FORMER GOVERNOR and Congressman Mike Lowry, who disappeared from politics under the cloud of a sexual harassment scandal, is suddenly back running for office. Three weeks ago, he declared his candidacy for state Commissioner of Public Lands on the heels of a bombshell announcement by current Commissioner Jennifer Belcher that she would retire rather than run again.
It's no surprise that environmentalists are over the moon about Lowry's candidacy for a post responsible for the Department of Natural Resources and five million acres of public forests, farms, and underwater terrain. Lowry is a green from way back: As a congressman he championed the Washington Wilderness Bill that preserved a million acres of roadless forestland. Now, as he contemplates the position he seeks, he tentatively suggests that he may be able to reduce logging on state lands by 15 or 20 percent.
Them's fighting words among several constituencies, among them schools (which rely on state logging revenue for construction funds) and struggling rural communities that have lost countless logging jobs already. But Lowry brings an unexpected attribute to the race that may help him get past the polarization that plagued environmentalist Belcher: his record since leaving the governor's mansion four years ago working on economic development in Eastern Washington through two nonprofits he established, the Fairness Project and Enterprise Washington. At the same time, he has been running a family ranch, complete with a 260-acre tree farm, in the town of Kettle Falls, near Spokane, not far from the tiny town of Endicott where he grew up. "People over there know these are my roots," Lowry says.
The concerns of rural Washington figure surprisingly prominently in the Democratic primary, not only because of Lowry, but also his rival, Georgia Gardner. A plainspoken state senator from Blaine, Gardner talks about the distressed industries of farming, forestry, and fishing as her county's version of Three Strikes and You're Out. That orientation is bound to make for more interesting debates with the Republican candidate, Pierce County Executive Doug Sutherland, and might possibly keep the Democrats from being tagged as out-of-touch tree-huggers.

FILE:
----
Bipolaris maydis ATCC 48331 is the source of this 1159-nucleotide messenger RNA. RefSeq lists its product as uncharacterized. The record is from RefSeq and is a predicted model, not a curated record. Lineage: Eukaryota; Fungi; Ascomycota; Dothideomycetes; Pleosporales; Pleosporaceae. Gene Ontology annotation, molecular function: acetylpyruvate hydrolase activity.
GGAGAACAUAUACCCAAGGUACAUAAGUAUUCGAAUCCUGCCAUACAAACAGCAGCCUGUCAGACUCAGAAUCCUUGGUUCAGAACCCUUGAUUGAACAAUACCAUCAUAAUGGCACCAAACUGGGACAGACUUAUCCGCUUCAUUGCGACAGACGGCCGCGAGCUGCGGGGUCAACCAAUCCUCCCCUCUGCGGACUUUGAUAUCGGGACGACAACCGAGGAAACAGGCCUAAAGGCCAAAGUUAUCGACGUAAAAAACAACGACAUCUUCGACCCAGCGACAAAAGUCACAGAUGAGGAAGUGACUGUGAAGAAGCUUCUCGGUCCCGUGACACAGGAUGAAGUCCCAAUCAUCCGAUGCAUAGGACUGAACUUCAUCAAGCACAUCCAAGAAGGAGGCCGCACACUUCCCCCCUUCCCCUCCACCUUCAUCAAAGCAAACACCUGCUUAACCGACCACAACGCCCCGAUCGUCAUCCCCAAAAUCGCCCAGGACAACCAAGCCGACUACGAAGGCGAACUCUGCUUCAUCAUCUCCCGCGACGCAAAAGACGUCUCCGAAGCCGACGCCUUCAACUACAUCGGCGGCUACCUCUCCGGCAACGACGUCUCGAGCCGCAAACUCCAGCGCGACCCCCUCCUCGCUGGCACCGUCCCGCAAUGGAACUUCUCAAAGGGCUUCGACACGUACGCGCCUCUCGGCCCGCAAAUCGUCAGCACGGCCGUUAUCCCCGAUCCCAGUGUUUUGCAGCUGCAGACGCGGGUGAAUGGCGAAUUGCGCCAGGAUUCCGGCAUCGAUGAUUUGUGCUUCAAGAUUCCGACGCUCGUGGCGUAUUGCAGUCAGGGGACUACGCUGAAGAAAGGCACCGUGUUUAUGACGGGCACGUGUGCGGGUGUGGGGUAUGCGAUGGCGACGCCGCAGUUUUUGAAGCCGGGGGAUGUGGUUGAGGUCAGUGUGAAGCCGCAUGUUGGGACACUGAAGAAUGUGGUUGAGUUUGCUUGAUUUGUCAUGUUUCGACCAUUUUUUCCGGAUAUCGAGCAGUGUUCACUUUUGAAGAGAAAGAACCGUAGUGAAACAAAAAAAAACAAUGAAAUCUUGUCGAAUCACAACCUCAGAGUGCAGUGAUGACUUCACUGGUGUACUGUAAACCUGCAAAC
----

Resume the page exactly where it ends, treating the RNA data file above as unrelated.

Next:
GIVEN HIS HIGH PROFILE, Lowry is the presumed Democratic frontrunner. But he carries the liability of the sexual harassment accusations by a deputy press secretary and state patrol technician that overshadowed his last two years as governor. Lowry addressed the issue head-on as he announced his latest candidacy by issuing a statement that expressed profound regret for the "pain and discomfort" he caused. The issue nonetheless surfaced in endorsement deliberations by King County Young Democrats, which gave Gardner the nod last week. Lowry supporters, however, are optimistic that the past is the past, and he himself seems unworried and undefensive when asked about it.
Compared to those last tense months in office, the 61-year-old Lowry seems remarkably relaxed, like a man who now has the freedom to do what he wants, even if what he wants seems like a step down in political terms. He smiles often and talks gleefully about spending time in the field if elected.
He seems, too, to have enjoyed his recent nonprofit work. Conforming to his reputation as a classic urban liberal, he has dedicated himself to a variety of issues related to poverty and economic development. In this state, however, where the high-tech boom has stayed close to the Puget Sound metropolises, those concerns bring one into the rural, conservative terrain largely east of the mountains.
In Moses Lake, for instance, Lowry has worked with an industry-oriented nonprofit called the Economic Development Council. He has helped the organization win grants and develop proposals for projects such as an inland facility that would offer storage and other services for ships using the Seattle and Everett ports. Lowry's work there has left the group's executive director, Terry Brewer, convinced that the former governor has "a genuine interest in the economy of rural Washington and what he can do to assist us."
More pertinent to his current campaign is Lowry's recent work to encourage the development of hybrid poplar tree plantations, an idea that has been circulating in environmental circles and which is already practiced in Europe. As Lowry explains it, hybrid poplars are extremely fast-growing, reaching to 100 feet in a mere eight or nine years, a height that would take a Douglas fir 50 or more years to reach. That means more trees sooner to improve air quality and suck up the carbon dioxide that fosters global warming. It also means more trees to log, thereby generating jobs and revenue while preserving natural forests.